The Spider-Man balloon takes flight... just nowhere near the Marvel Universe float!

I cannot recall whether the Spider-Man balloon—the appearance of which led the Marvel Nabobs to decide that his character shouldn’t be present on the float with the other Marvel heroes for fear of confusing the kiddies with a double-dose of the Wall-Crawler—entered the affair before or after the float. I do remember the Tex Avery-esque reaction I made when I realized the Web-Spinner’s inflatable double was entering the queue nowhere remotely near us. A definite WTF moment.

Wasn’t Spidey supposed to be ushering in or looming over this incredible action-packed, condensed representation of the Marvel Universe in celebration of the super-arachnid’s 25th Anniversary? And with the balloon being distant enough for the Six Million Dollar Man unable to see from the pertaining float, why the heck not have Spider-Man represented on the mobile comic book as well. Wouldn’t those children the corporate Poo-Bahs were so worried about being confused figure out that Spidey simple swung from one spot to another?

Upping the bizarre factor? If you watch the television coverage, it appears that the balloon that directly proceeds the Marvel float is Betty Boop (This assumption comes from a glimpse of an inflated shoe hanging before the camera before it closes in on the action.). Huh?!! The only explanation I can offer is that with the two Marvel-inspired components so removed from one another, the company was assured of getting two major plugs during the parade, instead of receiving only one mash-up covering both the balloon and float.

Go figure... Betty Boop preceded the Marvel float

When the float finally heaved into position, the heroes positioned themselves intermittently at various levels. Certain characters had definitive positions from which they did not stray while the behemoth was in motion. Silver Surfer, for example, stood on his surfboard—which was a foot wide and overhung the eave like a gangplank—34 feet above street level atop the tower that end-capped the entire scene, precariously perched and fully exposed to the elements. The architects did install a rope with which Jim could hold himself in place while the skyscraper swayed and tottered en route. Mark couldn’t move from the belfry area even if he wanted to while in the unwieldy Hulk costume.

Once the float started moving we were urged to climb, bound, and make full use of the float. I was able to do some limited climbing with my iron diapers on which kept an ever-present pained grimace on my face under the helmet.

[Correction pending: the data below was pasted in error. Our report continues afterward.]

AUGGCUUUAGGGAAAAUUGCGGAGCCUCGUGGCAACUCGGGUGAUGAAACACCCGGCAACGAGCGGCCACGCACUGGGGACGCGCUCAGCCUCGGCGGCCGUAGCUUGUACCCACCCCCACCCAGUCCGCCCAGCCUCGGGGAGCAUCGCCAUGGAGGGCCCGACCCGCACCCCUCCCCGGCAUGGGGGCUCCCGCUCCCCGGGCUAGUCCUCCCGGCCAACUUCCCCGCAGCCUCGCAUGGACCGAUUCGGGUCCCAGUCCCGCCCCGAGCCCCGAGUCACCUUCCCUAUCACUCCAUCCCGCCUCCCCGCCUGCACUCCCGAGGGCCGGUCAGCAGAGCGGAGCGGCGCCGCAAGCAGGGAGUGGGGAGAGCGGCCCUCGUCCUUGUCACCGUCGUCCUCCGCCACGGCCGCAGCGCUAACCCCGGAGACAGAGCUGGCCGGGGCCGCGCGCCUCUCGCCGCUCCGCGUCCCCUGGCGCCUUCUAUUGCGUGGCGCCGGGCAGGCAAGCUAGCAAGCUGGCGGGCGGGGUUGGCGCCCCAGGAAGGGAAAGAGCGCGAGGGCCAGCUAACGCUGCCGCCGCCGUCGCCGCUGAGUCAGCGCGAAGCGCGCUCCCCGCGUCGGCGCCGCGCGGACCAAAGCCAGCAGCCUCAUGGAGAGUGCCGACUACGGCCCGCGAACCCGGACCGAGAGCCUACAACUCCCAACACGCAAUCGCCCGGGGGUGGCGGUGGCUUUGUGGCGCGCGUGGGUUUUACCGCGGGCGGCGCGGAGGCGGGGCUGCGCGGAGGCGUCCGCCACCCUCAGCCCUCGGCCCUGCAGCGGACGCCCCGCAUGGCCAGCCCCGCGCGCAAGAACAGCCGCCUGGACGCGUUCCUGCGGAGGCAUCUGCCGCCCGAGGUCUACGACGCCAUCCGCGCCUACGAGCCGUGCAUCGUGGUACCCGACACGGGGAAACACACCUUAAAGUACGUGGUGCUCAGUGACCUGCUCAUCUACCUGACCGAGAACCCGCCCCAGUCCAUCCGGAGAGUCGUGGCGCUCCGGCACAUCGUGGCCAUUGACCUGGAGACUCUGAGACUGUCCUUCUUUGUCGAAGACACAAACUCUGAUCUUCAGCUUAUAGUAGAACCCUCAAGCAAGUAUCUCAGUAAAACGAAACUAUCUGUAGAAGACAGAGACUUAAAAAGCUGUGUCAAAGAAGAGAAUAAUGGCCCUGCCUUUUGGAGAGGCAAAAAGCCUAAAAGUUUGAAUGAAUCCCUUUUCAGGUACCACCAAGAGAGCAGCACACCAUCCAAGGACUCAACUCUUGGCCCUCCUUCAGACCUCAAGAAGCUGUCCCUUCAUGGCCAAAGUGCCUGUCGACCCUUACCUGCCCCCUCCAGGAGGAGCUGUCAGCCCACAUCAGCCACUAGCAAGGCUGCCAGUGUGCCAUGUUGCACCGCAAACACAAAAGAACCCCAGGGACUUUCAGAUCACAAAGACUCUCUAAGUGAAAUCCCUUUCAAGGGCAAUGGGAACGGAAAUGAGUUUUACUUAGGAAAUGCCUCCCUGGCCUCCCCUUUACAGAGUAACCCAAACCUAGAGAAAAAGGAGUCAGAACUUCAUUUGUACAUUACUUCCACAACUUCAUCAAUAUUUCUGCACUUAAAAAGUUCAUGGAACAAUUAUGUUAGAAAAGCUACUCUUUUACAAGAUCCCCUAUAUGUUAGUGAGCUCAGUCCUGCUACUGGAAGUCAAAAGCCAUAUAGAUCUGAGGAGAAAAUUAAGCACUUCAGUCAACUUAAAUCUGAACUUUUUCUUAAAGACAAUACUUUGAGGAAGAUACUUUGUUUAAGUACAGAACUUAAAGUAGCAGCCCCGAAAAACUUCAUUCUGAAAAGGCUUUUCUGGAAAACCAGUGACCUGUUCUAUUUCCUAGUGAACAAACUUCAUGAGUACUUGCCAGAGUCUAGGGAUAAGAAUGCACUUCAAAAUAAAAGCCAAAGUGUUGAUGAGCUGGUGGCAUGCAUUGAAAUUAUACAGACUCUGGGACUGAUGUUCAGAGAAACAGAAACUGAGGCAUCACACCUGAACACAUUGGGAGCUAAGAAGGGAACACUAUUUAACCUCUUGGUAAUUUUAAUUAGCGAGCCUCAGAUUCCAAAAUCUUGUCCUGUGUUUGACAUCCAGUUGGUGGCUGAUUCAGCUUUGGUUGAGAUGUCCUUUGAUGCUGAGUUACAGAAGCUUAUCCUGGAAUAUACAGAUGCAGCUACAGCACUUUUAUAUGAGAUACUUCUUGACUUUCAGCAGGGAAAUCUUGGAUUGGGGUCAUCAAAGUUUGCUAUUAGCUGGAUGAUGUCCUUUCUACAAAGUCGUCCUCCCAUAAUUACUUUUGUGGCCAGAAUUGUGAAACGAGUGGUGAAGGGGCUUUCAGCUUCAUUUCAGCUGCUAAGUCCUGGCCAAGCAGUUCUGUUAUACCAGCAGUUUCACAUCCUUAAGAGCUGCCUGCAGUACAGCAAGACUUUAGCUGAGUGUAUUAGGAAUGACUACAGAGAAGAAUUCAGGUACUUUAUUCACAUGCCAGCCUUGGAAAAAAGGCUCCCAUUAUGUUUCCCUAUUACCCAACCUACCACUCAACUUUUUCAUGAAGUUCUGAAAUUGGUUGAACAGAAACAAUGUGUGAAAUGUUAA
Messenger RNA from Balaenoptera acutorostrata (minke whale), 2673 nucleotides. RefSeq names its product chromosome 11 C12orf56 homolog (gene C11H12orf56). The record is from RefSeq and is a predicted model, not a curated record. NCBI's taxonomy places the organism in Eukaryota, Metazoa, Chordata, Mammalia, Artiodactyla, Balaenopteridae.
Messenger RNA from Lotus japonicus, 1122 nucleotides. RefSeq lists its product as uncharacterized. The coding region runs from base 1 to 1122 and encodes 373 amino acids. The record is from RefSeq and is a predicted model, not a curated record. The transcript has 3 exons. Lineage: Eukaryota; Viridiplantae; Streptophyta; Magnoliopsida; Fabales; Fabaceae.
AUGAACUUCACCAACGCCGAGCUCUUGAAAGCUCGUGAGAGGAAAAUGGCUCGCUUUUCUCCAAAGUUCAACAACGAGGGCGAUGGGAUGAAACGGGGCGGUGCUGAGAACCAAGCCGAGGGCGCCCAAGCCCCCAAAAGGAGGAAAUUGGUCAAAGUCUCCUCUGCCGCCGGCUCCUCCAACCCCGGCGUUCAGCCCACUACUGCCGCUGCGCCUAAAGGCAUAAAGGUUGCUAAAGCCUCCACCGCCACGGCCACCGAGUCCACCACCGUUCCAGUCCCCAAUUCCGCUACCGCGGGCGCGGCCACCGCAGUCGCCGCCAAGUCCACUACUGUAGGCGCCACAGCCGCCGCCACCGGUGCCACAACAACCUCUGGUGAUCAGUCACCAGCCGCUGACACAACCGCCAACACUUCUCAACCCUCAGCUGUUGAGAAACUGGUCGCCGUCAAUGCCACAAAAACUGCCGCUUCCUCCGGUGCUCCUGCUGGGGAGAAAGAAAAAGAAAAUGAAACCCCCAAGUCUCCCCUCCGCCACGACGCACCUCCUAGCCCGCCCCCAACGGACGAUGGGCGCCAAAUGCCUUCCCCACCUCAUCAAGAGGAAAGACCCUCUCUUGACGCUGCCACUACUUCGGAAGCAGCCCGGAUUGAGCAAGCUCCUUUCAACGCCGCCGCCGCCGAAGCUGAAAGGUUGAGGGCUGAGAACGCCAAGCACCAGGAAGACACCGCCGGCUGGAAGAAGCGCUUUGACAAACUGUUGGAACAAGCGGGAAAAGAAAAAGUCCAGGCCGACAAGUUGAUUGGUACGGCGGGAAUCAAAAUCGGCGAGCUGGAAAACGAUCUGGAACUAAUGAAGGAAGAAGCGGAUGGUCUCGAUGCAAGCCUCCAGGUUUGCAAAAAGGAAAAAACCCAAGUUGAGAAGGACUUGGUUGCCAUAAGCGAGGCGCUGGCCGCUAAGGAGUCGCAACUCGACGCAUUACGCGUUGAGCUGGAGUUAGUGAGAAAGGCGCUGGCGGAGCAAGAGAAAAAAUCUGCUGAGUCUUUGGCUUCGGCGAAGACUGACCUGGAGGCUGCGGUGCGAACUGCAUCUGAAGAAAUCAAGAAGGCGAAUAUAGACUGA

I did discover a route which enabled me to climb to Hulk’s belfry with minimal pain to my groin. I just couldn’t pass up the opportunity to observe the experience from a higher vantage point, even if it meant risking a fall navigating the intricacies of the various ledges and bars bolted in place for the more maneuverable heroes to scurry about. On either side, a sea of screaming, cheering, applauding, and oohing and aahing spectators blanketed the streets and sidewalks. Li’l ’uns sat atop shoulders or cross-legged beneath the police sawhorse barricades that lined the parade route. Older kids draped over mailboxes and covered low walls. I was most surprised to see faces leveled at me from second- and third-story windows—those workers fortunate to have ideally-located offices and bosses nice enough to allow them to use them to watch the event.

At one point I looked in on Hulk Mark who was taking a break. He sat in the corner of the bell tower with his head off. Sweat poured down his face while billows of thick white steam rose from the fissure at the base of his neck from the heat escaping from his sweating frame. No surprise, Hulk actors are only allowed a maximum of twenty minutes at a time in costume. In the seasonably cold temps, Mark was suitably refreshed and once again ready to “get angry.”

Our erstwhile Golden Avenger in action

Occasionally, I stepped off the float completely and walked alongside, shaking hands with the hordes of spectators from time to time. The most persistent question they asked was “Who are you?,” followed immediately by “Is that Caspar?” as the fans pointed up toward the Silver Surfer. More than a few of the comic-book savvy onlookers burst out with a hearty, “Hey, Iron Man!” As much as I enjoyed the meet-and-greets, I had to continually keep moving for fear of lagging too far behind the float, and as painful as walking was, running was excruciating and made me question my ability to have children in the future!

NEXT: “On with the show, this is it…”